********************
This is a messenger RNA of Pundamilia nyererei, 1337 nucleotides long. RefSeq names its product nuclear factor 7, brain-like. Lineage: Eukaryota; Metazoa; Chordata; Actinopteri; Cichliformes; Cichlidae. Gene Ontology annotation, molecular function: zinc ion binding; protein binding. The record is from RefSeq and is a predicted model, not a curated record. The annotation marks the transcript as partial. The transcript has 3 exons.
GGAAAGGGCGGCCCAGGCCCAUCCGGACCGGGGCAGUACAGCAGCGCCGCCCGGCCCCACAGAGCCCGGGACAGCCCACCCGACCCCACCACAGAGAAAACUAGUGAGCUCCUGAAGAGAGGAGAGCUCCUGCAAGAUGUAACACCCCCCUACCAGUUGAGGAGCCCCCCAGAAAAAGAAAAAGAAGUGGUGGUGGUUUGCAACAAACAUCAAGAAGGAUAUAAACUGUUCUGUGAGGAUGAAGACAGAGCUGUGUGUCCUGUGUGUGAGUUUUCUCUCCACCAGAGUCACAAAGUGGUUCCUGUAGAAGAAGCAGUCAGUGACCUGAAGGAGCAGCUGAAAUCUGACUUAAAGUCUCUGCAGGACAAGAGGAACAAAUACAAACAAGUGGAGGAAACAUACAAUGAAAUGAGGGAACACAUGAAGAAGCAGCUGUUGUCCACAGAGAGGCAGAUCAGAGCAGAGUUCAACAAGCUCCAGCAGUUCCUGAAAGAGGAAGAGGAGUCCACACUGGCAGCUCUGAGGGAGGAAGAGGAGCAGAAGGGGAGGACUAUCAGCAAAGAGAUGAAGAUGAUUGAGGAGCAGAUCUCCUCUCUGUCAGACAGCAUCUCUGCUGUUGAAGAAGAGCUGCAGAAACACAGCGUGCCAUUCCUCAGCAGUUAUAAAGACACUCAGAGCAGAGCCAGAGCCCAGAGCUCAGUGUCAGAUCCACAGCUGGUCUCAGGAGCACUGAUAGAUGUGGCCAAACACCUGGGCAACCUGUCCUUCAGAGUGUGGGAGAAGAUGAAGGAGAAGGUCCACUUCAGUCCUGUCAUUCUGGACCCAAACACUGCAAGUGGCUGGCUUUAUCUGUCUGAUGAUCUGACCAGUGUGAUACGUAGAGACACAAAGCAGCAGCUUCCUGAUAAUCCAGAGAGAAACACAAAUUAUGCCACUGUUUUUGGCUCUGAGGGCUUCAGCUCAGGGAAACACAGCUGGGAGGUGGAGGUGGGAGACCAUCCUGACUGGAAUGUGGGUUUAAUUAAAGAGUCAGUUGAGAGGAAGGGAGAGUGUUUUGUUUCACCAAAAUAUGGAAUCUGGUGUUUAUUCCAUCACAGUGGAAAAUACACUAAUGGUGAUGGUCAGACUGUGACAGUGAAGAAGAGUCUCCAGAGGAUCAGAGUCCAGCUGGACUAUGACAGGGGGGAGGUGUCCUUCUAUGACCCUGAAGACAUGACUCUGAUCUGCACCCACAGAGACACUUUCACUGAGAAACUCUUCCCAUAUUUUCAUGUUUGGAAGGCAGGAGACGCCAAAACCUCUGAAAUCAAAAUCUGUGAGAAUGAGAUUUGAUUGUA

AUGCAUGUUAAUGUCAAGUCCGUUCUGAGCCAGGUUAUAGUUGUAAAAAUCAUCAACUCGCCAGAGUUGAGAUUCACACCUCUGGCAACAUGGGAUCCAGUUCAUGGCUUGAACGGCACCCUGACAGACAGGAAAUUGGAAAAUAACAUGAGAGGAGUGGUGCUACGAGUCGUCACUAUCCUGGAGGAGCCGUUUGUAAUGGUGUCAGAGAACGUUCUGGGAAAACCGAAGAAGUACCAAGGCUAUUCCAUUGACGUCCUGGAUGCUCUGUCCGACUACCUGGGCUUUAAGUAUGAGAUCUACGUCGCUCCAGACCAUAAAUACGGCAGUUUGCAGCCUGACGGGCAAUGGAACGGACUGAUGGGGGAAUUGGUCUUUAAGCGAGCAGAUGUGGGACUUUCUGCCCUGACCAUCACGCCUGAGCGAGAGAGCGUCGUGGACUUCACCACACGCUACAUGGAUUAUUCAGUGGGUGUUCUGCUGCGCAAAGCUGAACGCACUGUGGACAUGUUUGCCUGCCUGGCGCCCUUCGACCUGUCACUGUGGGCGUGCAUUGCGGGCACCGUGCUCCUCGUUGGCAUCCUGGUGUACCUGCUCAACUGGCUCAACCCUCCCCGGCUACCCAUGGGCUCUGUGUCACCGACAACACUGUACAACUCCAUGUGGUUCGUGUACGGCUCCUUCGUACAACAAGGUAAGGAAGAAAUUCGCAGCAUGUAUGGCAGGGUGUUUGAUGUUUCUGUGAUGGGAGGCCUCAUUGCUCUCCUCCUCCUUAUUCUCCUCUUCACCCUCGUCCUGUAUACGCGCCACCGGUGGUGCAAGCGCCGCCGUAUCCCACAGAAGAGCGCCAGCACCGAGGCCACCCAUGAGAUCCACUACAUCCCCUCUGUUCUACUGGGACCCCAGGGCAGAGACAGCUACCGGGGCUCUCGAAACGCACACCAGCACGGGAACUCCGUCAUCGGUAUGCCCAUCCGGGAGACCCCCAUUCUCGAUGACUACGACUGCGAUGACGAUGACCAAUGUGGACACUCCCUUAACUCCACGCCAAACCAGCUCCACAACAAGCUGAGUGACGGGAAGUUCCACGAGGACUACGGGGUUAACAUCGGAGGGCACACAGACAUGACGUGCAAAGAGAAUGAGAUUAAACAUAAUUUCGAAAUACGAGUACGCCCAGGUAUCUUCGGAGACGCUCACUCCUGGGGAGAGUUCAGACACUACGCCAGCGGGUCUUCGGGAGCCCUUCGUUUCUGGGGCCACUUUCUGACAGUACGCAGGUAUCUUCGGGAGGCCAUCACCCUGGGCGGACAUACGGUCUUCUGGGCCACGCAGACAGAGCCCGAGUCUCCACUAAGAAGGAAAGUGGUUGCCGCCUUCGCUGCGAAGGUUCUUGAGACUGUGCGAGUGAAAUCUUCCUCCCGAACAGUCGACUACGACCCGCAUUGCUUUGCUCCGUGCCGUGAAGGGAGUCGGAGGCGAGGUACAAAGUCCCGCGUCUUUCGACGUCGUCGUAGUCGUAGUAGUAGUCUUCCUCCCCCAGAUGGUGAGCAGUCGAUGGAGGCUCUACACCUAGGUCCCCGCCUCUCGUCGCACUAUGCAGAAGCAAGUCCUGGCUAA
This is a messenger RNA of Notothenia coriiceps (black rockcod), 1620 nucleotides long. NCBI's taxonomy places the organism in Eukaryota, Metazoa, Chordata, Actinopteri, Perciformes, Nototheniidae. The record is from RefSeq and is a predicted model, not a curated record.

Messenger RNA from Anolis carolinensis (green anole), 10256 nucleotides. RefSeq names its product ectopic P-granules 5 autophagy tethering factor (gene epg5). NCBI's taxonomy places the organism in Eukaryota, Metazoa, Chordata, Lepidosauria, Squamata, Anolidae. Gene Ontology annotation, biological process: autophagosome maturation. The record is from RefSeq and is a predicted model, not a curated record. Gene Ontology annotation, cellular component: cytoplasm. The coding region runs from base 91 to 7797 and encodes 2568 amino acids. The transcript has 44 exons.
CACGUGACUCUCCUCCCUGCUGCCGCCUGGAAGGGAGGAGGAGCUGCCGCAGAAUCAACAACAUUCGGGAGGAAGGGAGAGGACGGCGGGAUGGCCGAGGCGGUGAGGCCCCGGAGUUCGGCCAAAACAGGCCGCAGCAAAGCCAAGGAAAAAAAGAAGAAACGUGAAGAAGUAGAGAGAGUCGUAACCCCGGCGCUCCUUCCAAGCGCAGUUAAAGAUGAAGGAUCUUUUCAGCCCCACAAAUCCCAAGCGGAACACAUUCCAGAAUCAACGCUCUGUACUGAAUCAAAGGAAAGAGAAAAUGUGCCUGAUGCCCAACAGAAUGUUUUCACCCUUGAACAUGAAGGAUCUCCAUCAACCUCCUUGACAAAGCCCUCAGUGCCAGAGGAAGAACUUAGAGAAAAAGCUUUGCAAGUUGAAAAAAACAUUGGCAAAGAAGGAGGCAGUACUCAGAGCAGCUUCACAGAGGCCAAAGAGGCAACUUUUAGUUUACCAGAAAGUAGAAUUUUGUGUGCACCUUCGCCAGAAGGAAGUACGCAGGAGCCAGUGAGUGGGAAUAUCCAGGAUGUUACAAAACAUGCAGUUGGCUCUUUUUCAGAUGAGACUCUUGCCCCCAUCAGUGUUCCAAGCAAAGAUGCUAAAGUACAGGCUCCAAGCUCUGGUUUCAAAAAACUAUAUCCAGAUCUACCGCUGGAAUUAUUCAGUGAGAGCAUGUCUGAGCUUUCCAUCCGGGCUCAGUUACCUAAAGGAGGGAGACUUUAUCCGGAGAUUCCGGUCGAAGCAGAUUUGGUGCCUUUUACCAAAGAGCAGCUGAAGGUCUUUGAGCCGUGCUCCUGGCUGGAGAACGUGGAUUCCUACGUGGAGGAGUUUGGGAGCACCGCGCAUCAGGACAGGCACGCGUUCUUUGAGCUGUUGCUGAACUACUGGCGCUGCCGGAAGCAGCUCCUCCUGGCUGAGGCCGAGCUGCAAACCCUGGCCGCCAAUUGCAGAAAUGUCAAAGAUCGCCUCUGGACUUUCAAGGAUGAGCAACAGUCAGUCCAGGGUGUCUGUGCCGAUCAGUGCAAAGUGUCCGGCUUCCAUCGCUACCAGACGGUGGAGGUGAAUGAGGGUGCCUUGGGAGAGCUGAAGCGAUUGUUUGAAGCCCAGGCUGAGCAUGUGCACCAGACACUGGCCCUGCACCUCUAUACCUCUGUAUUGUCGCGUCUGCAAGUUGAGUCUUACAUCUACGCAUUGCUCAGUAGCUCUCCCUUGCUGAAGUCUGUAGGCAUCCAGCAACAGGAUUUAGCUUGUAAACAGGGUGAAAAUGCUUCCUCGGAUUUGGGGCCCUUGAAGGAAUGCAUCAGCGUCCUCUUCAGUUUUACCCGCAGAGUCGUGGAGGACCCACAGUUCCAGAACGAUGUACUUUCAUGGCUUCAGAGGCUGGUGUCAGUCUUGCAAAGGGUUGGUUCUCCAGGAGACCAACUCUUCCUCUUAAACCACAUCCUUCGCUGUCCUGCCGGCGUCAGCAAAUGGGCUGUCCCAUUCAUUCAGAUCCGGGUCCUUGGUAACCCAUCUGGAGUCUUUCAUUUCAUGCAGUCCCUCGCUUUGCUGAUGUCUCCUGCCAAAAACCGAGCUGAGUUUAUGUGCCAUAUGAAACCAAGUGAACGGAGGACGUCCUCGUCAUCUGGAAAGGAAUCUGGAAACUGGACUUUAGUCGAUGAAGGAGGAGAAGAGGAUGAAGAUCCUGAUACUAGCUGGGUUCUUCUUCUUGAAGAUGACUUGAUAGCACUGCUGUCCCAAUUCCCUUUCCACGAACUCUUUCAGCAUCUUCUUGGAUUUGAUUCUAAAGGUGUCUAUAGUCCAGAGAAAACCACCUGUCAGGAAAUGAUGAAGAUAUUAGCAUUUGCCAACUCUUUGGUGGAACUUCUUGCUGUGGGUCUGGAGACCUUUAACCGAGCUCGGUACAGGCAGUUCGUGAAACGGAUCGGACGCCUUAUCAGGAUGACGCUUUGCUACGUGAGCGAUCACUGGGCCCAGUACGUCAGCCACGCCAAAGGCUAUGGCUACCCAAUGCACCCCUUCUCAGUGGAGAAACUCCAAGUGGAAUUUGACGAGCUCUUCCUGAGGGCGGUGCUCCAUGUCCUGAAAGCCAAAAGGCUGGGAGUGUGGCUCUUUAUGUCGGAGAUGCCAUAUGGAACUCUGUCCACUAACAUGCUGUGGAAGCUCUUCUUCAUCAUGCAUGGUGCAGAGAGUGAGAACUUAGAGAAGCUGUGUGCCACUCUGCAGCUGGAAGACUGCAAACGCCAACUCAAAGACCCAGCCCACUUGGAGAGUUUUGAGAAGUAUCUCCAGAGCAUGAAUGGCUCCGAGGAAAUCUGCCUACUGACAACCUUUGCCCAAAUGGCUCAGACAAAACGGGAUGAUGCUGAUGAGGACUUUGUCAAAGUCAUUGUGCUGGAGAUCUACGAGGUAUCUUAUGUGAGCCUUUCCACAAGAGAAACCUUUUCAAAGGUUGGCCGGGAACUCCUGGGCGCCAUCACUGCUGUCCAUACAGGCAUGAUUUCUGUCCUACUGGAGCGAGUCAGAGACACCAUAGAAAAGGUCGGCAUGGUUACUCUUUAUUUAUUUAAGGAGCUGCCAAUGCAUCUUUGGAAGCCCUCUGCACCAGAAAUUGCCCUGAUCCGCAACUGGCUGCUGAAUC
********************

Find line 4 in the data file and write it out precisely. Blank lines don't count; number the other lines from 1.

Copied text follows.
This is a messenger RNA of Notothenia coriiceps (black rockcod), 1620 nucleotides long. NCBI's taxonomy places the organism in Eukaryota, Metazoa, Chordata, Actinopteri, Perciformes, Nototheniidae. The record is from RefSeq and is a predicted model, not a curated record.